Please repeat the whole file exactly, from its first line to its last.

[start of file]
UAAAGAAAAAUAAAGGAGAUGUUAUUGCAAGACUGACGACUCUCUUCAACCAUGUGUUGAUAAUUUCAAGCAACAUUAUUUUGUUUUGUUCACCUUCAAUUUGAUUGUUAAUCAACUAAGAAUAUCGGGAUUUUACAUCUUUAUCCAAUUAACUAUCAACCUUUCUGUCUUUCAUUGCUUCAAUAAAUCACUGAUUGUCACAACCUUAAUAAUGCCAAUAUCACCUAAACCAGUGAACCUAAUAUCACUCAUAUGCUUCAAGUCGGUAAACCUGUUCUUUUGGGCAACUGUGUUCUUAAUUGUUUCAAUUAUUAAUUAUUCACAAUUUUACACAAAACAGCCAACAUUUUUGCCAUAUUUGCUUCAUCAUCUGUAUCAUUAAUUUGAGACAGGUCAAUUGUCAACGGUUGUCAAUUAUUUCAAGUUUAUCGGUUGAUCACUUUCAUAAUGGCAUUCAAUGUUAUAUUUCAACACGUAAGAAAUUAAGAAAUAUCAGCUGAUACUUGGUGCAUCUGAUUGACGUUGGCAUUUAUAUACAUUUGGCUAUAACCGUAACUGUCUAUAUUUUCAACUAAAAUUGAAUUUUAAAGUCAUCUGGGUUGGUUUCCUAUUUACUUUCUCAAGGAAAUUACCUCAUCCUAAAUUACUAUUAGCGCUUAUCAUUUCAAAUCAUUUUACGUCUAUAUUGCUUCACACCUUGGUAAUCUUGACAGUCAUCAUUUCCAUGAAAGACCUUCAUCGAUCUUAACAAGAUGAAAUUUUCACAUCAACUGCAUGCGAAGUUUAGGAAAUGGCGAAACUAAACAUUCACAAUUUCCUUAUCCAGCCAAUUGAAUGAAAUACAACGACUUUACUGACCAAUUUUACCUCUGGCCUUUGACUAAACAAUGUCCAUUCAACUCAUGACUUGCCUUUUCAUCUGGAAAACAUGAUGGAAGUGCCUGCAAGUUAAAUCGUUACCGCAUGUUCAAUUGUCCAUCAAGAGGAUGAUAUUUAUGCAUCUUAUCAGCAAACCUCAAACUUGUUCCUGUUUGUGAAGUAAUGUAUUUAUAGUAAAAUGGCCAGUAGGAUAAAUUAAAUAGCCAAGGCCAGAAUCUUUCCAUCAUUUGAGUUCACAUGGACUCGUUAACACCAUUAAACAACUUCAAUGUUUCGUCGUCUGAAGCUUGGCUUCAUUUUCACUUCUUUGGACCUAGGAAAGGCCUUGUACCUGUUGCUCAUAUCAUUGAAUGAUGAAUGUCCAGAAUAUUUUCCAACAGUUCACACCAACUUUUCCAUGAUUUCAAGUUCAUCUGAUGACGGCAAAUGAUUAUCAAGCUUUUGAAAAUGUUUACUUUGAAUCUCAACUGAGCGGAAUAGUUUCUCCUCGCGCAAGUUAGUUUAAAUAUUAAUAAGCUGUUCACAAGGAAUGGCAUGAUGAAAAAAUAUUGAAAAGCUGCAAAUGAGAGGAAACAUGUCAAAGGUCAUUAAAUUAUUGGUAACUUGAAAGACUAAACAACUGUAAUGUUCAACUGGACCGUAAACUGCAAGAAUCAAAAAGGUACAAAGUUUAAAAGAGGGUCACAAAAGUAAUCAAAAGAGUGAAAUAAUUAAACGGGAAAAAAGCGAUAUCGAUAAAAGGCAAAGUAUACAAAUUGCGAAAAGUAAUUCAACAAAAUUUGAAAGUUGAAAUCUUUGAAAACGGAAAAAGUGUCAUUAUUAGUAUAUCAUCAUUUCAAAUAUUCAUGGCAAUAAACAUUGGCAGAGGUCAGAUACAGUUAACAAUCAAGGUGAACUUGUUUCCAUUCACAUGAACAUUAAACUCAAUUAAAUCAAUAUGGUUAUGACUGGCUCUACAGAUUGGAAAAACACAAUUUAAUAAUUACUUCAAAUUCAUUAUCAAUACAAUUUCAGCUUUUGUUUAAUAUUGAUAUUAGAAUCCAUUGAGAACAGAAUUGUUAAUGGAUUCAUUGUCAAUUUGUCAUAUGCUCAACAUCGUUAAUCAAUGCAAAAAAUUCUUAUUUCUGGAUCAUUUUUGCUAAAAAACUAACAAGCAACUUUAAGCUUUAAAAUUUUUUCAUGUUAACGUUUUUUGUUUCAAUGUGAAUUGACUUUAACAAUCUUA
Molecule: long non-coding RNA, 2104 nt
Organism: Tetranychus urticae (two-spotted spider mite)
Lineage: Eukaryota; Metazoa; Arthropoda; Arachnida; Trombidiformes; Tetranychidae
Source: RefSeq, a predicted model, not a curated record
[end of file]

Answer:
UAAAGAAAAAUAAAGGAGAUGUUAUUGCAAGACUGACGACUCUCUUCAACCAUGUGUUGAUAAUUUCAAGCAACAUUAUUUUGUUUUGUUCACCUUCAAUUUGAUUGUUAAUCAACUAAGAAUAUCGGGAUUUUACAUCUUUAUCCAAUUAACUAUCAACCUUUCUGUCUUUCAUUGCUUCAAUAAAUCACUGAUUGUCACAACCUUAAUAAUGCCAAUAUCACCUAAACCAGUGAACCUAAUAUCACUCAUAUGCUUCAAGUCGGUAAACCUGUUCUUUUGGGCAACUGUGUUCUUAAUUGUUUCAAUUAUUAAUUAUUCACAAUUUUACACAAAACAGCCAACAUUUUUGCCAUAUUUGCUUCAUCAUCUGUAUCAUUAAUUUGAGACAGGUCAAUUGUCAACGGUUGUCAAUUAUUUCAAGUUUAUCGGUUGAUCACUUUCAUAAUGGCAUUCAAUGUUAUAUUUCAACACGUAAGAAAUUAAGAAAUAUCAGCUGAUACUUGGUGCAUCUGAUUGACGUUGGCAUUUAUAUACAUUUGGCUAUAACCGUAACUGUCUAUAUUUUCAACUAAAAUUGAAUUUUAAAGUCAUCUGGGUUGGUUUCCUAUUUACUUUCUCAAGGAAAUUACCUCAUCCUAAAUUACUAUUAGCGCUUAUCAUUUCAAAUCAUUUUACGUCUAUAUUGCUUCACACCUUGGUAAUCUUGACAGUCAUCAUUUCCAUGAAAGACCUUCAUCGAUCUUAACAAGAUGAAAUUUUCACAUCAACUGCAUGCGAAGUUUAGGAAAUGGCGAAACUAAACAUUCACAAUUUCCUUAUCCAGCCAAUUGAAUGAAAUACAACGACUUUACUGACCAAUUUUACCUCUGGCCUUUGACUAAACAAUGUCCAUUCAACUCAUGACUUGCCUUUUCAUCUGGAAAACAUGAUGGAAGUGCCUGCAAGUUAAAUCGUUACCGCAUGUUCAAUUGUCCAUCAAGAGGAUGAUAUUUAUGCAUCUUAUCAGCAAACCUCAAACUUGUUCCUGUUUGUGAAGUAAUGUAUUUAUAGUAAAAUGGCCAGUAGGAUAAAUUAAAUAGCCAAGGCCAGAAUCUUUCCAUCAUUUGAGUUCACAUGGACUCGUUAACACCAUUAAACAACUUCAAUGUUUCGUCGUCUGAAGCUUGGCUUCAUUUUCACUUCUUUGGACCUAGGAAAGGCCUUGUACCUGUUGCUCAUAUCAUUGAAUGAUGAAUGUCCAGAAUAUUUUCCAACAGUUCACACCAACUUUUCCAUGAUUUCAAGUUCAUCUGAUGACGGCAAAUGAUUAUCAAGCUUUUGAAAAUGUUUACUUUGAAUCUCAACUGAGCGGAAUAGUUUCUCCUCGCGCAAGUUAGUUUAAAUAUUAAUAAGCUGUUCACAAGGAAUGGCAUGAUGAAAAAAUAUUGAAAAGCUGCAAAUGAGAGGAAACAUGUCAAAGGUCAUUAAAUUAUUGGUAACUUGAAAGACUAAACAACUGUAAUGUUCAACUGGACCGUAAACUGCAAGAAUCAAAAAGGUACAAAGUUUAAAAGAGGGUCACAAAAGUAAUCAAAAGAGUGAAAUAAUUAAACGGGAAAAAAGCGAUAUCGAUAAAAGGCAAAGUAUACAAAUUGCGAAAAGUAAUUCAACAAAAUUUGAAAGUUGAAAUCUUUGAAAACGGAAAAAGUGUCAUUAUUAGUAUAUCAUCAUUUCAAAUAUUCAUGGCAAUAAACAUUGGCAGAGGUCAGAUACAGUUAACAAUCAAGGUGAACUUGUUUCCAUUCACAUGAACAUUAAACUCAAUUAAAUCAAUAUGGUUAUGACUGGCUCUACAGAUUGGAAAAACACAAUUUAAUAAUUACUUCAAAUUCAUUAUCAAUACAAUUUCAGCUUUUGUUUAAUAUUGAUAUUAGAAUCCAUUGAGAACAGAAUUGUUAAUGGAUUCAUUGUCAAUUUGUCAUAUGCUCAACAUCGUUAAUCAAUGCAAAAAAUUCUUAUUUCUGGAUCAUUUUUGCUAAAAAACUAACAAGCAACUUUAAGCUUUAAAAUUUUUUCAUGUUAACGUUUUUUGUUUCAAUGUGAAUUGACUUUAACAAUCUUA
Molecule: long non-coding RNA, 2104 nt
Organism: Tetranychus urticae (two-spotted spider mite)
Lineage: Eukaryota; Metazoa; Arthropoda; Arachnida; Trombidiformes; Tetranychidae
Source: RefSeq, a predicted model, not a curated record